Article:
It’s early days in the Battle of Baghdad. Fewer than 3,000 of a promised 18,000 or more reinforcements have arrived. It will take at least six to twelve months before we know whether the crackdown is working. But already various commentators are stepping forward to dismiss the Bush plan as the “wrong surge” and to propose alternative strategies.
Three of the foreign-policy analysts I respect most—Charles Krauthammer, Fareed Zakaria, and Lawrence Kaplan—argue that we should be consolidating our forces in Anbar province, not trying to retake Baghdad.
There is no doubt that this Sunni province needs to be pacified eventually, but an Anbar-centric approach would not accomplish the goals these writers set out. Krauthammer notes correctly that, “If we had zero American casualties a day, there would be as little need to withdraw from Iraq as there is to withdraw from the Balkans,” but he gives little suggestion of how his plan to “maintain a significant presence in Anbar province” could be squared with keeping down casualty numbers, considering that Anbar is one of the most dangerous areas for American troops—more dangerous, in fact, than Baghdad over the past four years.
Zakaria frets that the Baghdad clampdown will be perceived as anti-Sunni since the most immediate target is Sunni militants (the Shia militants are lying low for the time being). He quotes an anonymous “senior U.S. military officer” who says, “If we continue down the path we’re on, the Sunnis in Iraq will throw their lot behind al Qaeda, and the Sunni majority in the Arab world will believe that we helped in the killing and cleansing of their brethren in Iraq. That’s not a good outcome for the security of the American people.” Yet Zakaria’s preferred solution—“drawing down our forces to around 60,000 troops and concentrating on al Qaeda in Anbar province,” while presumably leaving the Sunnis of Baghdad to the tender mercies of the Jaish al Mahdi—would, if anything, exacerbate the perception of American policy as anti-Sunni.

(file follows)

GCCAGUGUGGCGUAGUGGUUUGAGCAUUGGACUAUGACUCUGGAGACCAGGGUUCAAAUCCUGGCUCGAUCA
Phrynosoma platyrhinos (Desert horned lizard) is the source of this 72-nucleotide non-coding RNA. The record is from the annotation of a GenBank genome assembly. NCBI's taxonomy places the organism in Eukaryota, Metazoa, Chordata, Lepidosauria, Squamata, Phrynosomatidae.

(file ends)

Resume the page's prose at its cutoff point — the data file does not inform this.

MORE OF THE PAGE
For his part, Kaplan postulates, without any proof, that the U.S. could have greater military success in Anbar than in Baghdad, even though conditions there have been worse than in the capital. He fears that “Washington’s decision to twin its fate to Baghdad’s means that, if the city careens away, the United States will walk away not only from the civil war it could not quell—but also from the insurgency [in Anbar] it could.” But what would be the point of winning Ramadi, the capital of Anbar province, if we lose Baghdad, the capital of the country? Which city is more important to Iraq’s future—an isolated outpost in the western desert, or a metropolis with one-fourth of the country’s population and much of its news media, business, cultural, and political leadership?
Krauthammer, Zakaria, and Kaplan are right to worry that the Baghdad plan won’t work. The odds are definitely against us by this point. But no other strategy—certainly not an Anbar-first approach—offers greater hope of success. I am reminded of the reasoning of General Franz Halder, chief of the German general staff, about Case Yellow, the plan for the invasion of France and the Low Countries in 1940. He put the odds of its working at ten-to-one against but concluded that all the other alternatives were worse. Of course Case Yellow did work. And the odds of success in Baghdad are much better than ten-to-one against.
The enemy (both Sunni and Shiite) has chosen to fight in Baghdad. We have no choice but meet the challenge, or else concede defeat. Let’s at least wait to see what happens before moving on to Plan B.